Autonomous interplanetary trajectory planning using structured-chromosome evolutionary algorithms
A main challenge in designing interplanetary trajectories is the fact that the number of design variables varies among different solutions. Global optimization methods that optimize this type of multi-modal objective functions can only handle problems with a fixed number of design variables. This paper presents the Structured-Chromosome Evolutionary Algorithm (SCEA) framework which was developed to handle variable size design space optimization problems. In this framework, a solution (chromosome) is represented by a hierarchical data structure where the genes in the chromosome are classified as dependent and non-dependent genes. This structure provides the capability to apply genetic operations between solutions of different lengths and thus to automatically determine the number of swing-bys, the planets to swing-by, launch and arrival dates, and the number of deep space maneuvers as well as their locations, magnitudes, and directions, in an optimal sense. This new method is applied to several interplanetary trajectory design problems. The results presented in this paper show that solutions obtained using this tool match known solutions for complex case studies. In addition, a comparative study of genetic algorithms and differential evolution for the same set of problems is contributed. © 2012 by the American Institute of Aeronautics and Astronautics, Inc.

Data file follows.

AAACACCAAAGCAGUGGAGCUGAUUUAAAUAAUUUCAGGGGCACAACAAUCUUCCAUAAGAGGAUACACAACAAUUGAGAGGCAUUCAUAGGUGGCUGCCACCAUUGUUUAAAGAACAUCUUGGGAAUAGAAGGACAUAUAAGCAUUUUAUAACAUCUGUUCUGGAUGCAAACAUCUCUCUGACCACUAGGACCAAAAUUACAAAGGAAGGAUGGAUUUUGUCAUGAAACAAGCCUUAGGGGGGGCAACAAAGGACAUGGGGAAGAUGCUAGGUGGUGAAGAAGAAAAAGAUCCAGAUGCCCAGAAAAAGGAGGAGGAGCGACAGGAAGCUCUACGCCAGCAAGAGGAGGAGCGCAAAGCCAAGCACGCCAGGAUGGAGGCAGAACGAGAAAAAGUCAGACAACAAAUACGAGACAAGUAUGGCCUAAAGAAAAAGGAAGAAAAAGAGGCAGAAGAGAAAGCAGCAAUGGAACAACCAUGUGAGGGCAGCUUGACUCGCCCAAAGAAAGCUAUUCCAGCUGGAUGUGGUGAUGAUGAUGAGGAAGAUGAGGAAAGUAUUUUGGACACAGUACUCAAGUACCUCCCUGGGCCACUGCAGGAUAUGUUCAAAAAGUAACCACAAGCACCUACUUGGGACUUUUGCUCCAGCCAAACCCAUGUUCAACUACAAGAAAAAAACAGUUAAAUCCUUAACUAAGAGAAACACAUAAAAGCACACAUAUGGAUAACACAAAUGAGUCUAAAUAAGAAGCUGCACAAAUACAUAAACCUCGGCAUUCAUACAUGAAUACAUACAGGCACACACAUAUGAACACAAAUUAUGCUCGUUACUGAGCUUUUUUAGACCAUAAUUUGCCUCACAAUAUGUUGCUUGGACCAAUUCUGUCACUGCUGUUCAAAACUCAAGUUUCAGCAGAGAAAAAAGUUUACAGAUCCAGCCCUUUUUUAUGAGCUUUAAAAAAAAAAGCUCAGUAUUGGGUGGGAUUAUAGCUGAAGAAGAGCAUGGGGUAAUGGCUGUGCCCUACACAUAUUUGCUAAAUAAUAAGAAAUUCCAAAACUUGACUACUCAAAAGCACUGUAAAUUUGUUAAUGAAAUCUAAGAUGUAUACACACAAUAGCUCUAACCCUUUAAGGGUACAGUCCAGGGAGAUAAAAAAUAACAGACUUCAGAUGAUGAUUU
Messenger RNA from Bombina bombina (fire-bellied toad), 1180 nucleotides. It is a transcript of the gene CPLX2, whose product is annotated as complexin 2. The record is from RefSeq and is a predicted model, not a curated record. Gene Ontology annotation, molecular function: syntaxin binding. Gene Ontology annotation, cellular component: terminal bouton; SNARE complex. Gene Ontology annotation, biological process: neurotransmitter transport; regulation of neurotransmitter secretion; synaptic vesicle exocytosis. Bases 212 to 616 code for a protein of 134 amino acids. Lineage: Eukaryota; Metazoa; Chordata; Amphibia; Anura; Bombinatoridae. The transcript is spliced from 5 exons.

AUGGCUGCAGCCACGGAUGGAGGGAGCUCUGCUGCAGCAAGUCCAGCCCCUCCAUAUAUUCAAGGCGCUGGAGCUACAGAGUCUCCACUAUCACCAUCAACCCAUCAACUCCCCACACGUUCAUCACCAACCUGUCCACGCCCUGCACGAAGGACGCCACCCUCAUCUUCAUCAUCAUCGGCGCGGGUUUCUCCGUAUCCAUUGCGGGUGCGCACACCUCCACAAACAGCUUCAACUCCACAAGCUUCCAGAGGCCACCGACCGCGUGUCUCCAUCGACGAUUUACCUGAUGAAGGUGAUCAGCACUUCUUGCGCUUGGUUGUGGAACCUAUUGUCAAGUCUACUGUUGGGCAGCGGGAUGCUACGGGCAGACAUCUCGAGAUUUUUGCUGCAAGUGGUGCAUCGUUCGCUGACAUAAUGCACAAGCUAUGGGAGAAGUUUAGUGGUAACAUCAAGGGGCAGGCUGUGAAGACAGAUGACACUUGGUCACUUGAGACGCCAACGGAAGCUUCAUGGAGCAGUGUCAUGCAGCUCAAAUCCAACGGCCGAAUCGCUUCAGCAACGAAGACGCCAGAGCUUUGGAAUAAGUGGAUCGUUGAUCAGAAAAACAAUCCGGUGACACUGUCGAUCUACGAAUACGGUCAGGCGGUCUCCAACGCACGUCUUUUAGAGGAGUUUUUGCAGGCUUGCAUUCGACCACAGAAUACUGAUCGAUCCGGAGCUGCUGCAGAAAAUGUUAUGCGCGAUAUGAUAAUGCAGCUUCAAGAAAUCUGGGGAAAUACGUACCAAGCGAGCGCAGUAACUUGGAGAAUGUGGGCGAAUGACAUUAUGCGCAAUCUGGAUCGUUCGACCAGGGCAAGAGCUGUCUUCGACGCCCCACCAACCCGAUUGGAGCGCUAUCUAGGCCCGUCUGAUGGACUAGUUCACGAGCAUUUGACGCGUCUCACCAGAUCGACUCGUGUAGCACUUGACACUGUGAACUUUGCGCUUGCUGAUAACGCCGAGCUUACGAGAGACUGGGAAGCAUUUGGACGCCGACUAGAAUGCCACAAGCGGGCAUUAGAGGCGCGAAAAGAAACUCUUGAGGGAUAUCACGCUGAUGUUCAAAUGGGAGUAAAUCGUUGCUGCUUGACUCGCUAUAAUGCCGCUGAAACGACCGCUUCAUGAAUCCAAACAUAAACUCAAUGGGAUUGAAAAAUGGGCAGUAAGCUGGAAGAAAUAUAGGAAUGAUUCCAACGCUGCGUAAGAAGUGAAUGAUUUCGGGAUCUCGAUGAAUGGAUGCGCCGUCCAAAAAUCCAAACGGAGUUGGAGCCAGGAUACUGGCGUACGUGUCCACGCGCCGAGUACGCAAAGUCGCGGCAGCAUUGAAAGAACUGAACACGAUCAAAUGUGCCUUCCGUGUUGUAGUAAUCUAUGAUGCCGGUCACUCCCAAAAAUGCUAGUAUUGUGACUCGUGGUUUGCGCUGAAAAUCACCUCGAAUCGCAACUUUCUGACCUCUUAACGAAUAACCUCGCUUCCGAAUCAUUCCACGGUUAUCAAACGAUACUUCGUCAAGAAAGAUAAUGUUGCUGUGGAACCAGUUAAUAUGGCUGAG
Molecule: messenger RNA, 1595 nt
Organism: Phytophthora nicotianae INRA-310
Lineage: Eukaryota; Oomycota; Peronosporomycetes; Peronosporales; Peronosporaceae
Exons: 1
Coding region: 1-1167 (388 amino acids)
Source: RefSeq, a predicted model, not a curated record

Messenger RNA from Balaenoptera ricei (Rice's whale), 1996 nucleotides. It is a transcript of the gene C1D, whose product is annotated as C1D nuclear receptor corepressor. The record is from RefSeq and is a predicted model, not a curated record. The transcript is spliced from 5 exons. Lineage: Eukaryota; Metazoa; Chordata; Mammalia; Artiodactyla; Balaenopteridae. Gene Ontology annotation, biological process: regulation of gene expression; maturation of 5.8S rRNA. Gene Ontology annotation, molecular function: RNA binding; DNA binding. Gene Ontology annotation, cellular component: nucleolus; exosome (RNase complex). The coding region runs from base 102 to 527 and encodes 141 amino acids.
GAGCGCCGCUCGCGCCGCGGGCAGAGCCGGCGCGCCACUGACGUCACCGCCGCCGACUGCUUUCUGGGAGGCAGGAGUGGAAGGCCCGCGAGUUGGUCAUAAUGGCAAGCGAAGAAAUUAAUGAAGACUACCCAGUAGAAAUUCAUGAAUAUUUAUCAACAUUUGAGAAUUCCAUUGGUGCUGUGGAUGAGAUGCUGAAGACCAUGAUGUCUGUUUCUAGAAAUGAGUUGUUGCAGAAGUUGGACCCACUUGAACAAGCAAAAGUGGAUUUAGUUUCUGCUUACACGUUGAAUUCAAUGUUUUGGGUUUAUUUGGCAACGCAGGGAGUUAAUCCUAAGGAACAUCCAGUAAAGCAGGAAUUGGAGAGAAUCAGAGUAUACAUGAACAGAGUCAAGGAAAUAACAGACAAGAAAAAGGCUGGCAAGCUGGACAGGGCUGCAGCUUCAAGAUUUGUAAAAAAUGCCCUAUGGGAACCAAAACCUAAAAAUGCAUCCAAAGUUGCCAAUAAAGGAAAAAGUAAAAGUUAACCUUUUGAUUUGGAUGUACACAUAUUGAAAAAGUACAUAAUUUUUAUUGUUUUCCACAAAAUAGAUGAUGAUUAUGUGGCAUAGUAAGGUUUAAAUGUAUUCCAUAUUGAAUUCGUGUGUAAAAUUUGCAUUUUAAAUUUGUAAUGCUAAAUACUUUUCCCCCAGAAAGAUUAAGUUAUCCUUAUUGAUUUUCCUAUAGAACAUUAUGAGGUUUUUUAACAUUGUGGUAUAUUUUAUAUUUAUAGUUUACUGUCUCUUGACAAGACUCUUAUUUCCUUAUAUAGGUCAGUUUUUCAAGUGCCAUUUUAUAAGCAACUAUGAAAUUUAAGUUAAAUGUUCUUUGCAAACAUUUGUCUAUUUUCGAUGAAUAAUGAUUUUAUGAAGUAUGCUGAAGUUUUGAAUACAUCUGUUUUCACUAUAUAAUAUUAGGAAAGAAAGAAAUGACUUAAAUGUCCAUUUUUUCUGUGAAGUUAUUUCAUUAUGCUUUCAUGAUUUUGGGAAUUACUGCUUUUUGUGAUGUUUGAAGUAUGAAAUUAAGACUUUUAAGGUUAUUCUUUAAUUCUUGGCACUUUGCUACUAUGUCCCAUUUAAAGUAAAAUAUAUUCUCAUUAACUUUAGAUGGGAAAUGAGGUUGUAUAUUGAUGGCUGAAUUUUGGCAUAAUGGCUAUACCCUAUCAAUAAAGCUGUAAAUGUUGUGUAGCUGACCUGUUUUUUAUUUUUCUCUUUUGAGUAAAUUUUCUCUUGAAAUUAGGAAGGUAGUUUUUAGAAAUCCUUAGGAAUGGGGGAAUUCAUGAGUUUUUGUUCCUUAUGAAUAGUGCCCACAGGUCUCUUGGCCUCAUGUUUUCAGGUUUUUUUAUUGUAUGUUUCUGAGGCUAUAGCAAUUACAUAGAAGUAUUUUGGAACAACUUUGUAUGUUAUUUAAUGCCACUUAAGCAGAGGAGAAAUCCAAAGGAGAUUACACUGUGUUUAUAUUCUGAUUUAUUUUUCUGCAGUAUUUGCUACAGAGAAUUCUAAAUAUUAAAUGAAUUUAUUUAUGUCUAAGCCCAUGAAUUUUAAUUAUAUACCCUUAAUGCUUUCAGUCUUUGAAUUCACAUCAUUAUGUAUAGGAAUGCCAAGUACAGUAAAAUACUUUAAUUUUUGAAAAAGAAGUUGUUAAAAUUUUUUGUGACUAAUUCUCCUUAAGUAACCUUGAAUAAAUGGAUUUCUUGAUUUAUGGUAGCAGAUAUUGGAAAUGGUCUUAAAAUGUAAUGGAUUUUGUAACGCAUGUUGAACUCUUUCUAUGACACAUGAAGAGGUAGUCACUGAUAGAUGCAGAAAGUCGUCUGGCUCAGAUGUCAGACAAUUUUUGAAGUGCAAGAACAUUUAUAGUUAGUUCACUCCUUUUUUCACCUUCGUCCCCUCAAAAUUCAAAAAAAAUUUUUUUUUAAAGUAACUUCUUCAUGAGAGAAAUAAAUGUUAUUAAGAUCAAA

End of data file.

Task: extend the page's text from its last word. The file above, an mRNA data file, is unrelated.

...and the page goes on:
AIAA/AAS Astrodynamics Specialist Conference 2012
Autonomous interplanetary trajectory planning using structured-chromosome evolutionary algorithms.
AIAA/AAS Astrodynamics Specialist Conference 2012.
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